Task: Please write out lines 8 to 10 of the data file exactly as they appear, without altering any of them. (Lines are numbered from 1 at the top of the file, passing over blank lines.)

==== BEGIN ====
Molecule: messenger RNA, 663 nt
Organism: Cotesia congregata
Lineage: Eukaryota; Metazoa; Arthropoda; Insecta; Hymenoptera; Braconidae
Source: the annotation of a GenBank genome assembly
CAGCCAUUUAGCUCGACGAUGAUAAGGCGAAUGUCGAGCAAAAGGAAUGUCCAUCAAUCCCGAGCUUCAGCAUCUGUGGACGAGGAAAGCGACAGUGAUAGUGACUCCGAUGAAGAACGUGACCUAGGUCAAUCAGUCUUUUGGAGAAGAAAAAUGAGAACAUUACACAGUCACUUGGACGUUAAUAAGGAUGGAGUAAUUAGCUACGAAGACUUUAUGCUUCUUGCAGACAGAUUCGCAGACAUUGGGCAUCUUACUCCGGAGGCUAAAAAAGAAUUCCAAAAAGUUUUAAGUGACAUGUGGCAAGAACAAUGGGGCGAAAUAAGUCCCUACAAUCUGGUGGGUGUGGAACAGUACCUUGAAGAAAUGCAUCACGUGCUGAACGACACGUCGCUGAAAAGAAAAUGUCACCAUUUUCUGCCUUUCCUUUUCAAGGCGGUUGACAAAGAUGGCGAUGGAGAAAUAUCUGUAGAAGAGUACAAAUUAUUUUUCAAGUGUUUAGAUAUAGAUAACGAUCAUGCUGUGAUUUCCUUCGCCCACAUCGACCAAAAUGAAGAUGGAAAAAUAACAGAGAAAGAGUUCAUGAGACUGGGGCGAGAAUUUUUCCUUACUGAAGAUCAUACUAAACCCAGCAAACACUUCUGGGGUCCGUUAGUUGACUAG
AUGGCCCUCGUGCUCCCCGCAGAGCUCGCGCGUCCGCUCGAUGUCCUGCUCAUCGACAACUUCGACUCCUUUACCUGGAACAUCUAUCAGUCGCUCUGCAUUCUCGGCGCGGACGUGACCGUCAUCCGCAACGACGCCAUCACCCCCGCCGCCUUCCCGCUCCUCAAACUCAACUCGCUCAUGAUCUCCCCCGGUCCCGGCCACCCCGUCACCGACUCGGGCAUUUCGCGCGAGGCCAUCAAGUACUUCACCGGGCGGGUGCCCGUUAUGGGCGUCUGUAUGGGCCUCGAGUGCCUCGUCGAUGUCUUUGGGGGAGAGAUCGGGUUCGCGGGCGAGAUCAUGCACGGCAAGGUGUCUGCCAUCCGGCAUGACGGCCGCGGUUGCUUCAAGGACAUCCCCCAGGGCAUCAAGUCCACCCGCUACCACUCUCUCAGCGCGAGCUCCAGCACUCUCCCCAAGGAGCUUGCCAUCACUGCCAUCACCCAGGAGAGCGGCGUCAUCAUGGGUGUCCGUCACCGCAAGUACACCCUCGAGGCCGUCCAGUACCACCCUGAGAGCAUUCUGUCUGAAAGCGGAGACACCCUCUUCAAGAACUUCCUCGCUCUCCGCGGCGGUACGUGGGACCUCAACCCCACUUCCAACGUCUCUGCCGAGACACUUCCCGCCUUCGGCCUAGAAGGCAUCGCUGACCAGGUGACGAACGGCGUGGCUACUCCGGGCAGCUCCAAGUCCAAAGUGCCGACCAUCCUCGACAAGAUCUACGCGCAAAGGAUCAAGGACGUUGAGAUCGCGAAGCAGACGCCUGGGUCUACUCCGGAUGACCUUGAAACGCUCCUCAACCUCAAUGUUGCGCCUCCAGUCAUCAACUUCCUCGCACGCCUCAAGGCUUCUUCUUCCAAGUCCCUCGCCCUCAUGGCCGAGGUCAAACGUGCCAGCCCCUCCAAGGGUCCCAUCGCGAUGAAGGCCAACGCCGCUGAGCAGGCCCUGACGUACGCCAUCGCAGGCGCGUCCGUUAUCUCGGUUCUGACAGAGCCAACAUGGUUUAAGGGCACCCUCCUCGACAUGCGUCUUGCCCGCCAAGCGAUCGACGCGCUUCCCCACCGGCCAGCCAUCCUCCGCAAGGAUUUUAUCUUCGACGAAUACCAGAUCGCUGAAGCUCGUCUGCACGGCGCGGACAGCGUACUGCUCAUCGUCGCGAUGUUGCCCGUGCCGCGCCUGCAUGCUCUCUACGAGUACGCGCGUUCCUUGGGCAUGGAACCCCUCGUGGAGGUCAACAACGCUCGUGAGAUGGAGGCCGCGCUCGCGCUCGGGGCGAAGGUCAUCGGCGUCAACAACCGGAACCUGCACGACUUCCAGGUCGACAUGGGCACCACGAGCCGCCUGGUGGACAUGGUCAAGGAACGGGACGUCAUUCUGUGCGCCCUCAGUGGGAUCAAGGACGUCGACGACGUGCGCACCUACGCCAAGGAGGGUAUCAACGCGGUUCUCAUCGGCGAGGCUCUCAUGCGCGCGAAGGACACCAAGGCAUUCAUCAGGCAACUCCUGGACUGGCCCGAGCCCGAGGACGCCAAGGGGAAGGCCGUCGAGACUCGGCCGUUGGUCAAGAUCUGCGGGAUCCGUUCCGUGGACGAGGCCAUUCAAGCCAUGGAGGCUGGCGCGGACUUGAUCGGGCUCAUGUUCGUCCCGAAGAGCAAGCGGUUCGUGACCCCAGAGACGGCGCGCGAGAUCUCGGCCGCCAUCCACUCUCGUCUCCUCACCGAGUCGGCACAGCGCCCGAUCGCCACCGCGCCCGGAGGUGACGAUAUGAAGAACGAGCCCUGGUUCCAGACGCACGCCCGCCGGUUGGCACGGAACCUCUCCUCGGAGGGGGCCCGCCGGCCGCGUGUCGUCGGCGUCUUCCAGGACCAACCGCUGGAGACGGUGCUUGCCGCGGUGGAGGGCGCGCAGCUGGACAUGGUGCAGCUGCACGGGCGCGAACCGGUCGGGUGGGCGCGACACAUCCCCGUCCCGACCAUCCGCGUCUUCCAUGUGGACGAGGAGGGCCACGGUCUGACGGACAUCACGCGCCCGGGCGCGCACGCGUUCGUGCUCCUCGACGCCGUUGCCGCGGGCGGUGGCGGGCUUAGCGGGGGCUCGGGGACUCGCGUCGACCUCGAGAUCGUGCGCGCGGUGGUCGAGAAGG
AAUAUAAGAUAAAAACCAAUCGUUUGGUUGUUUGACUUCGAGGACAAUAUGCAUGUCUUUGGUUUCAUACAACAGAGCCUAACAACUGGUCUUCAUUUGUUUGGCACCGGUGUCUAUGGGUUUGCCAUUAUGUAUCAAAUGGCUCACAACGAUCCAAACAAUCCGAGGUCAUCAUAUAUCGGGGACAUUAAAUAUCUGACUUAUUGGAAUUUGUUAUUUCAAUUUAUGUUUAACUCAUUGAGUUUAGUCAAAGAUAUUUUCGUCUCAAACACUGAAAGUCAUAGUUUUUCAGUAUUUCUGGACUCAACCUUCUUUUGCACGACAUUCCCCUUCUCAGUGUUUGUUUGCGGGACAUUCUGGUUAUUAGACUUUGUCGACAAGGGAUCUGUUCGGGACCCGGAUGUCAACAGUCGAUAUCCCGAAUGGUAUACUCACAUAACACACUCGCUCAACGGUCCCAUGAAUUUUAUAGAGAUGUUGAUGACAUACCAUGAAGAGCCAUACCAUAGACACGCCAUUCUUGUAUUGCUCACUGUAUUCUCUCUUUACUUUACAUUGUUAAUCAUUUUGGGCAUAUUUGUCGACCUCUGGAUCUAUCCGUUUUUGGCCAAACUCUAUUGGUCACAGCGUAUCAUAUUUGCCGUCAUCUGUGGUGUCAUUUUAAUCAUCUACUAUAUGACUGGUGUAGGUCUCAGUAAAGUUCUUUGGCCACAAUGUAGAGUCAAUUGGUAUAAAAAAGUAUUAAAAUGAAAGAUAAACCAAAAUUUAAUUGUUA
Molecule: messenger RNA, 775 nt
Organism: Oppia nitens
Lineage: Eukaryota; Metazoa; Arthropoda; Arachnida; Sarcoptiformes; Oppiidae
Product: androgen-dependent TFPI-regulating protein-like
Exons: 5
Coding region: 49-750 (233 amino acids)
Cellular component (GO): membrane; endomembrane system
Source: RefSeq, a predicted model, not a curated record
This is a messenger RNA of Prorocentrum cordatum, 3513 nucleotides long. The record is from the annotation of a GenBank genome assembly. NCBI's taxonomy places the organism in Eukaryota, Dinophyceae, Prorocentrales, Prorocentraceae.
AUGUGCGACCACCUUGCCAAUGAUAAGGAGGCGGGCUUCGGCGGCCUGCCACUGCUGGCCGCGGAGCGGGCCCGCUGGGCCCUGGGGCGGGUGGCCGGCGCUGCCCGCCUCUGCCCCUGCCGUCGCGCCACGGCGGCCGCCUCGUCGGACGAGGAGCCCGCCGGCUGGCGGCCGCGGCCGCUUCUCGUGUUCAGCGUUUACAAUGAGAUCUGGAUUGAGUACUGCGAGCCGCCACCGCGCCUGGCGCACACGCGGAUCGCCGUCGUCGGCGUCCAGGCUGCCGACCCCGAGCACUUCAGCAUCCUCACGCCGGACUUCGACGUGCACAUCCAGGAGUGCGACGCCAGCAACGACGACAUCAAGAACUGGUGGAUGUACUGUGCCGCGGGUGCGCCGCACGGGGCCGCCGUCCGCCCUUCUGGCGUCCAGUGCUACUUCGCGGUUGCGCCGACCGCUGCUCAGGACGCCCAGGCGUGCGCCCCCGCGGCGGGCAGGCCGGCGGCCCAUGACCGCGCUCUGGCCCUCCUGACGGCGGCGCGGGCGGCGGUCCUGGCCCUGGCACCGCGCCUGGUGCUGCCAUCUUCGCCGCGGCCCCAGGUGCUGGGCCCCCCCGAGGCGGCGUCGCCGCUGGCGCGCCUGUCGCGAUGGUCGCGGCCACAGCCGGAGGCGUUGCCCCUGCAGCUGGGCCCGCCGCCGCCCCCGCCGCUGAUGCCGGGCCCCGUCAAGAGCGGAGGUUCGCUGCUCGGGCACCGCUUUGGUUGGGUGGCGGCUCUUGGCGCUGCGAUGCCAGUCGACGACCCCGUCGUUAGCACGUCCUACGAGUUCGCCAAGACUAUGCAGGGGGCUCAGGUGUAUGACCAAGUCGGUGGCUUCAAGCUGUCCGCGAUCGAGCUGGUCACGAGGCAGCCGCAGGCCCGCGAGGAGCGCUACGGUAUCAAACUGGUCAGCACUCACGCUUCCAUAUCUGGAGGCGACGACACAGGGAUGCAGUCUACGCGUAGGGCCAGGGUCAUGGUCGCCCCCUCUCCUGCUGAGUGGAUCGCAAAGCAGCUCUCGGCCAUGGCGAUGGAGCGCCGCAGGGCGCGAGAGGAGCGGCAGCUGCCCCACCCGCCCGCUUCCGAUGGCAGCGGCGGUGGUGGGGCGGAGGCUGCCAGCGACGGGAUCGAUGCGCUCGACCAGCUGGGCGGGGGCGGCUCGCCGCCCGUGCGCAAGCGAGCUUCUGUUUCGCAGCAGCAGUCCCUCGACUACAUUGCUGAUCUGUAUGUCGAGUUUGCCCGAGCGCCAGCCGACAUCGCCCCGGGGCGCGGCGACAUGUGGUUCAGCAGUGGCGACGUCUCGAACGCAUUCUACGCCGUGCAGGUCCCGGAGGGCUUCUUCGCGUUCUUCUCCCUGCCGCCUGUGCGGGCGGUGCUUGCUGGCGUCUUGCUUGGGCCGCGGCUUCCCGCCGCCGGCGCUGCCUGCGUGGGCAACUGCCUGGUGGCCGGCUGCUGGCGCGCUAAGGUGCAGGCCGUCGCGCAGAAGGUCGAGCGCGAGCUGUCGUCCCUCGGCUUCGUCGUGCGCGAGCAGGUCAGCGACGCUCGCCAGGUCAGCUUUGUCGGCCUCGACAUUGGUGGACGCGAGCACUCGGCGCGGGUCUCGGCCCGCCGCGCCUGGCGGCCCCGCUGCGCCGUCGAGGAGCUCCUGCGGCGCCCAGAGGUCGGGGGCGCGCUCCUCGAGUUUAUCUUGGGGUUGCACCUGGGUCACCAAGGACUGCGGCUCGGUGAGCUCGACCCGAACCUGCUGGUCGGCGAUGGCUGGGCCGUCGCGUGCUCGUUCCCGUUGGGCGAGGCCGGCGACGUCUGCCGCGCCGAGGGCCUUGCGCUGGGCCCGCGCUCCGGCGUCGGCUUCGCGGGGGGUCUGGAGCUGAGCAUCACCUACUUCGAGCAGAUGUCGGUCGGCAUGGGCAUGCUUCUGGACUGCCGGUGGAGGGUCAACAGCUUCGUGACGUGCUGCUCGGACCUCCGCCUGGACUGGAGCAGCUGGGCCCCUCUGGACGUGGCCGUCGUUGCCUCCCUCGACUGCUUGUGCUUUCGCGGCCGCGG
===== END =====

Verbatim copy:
Molecule: messenger RNA, 775 nt
Organism: Oppia nitens
Lineage: Eukaryota; Metazoa; Arthropoda; Arachnida; Sarcoptiformes; Oppiidae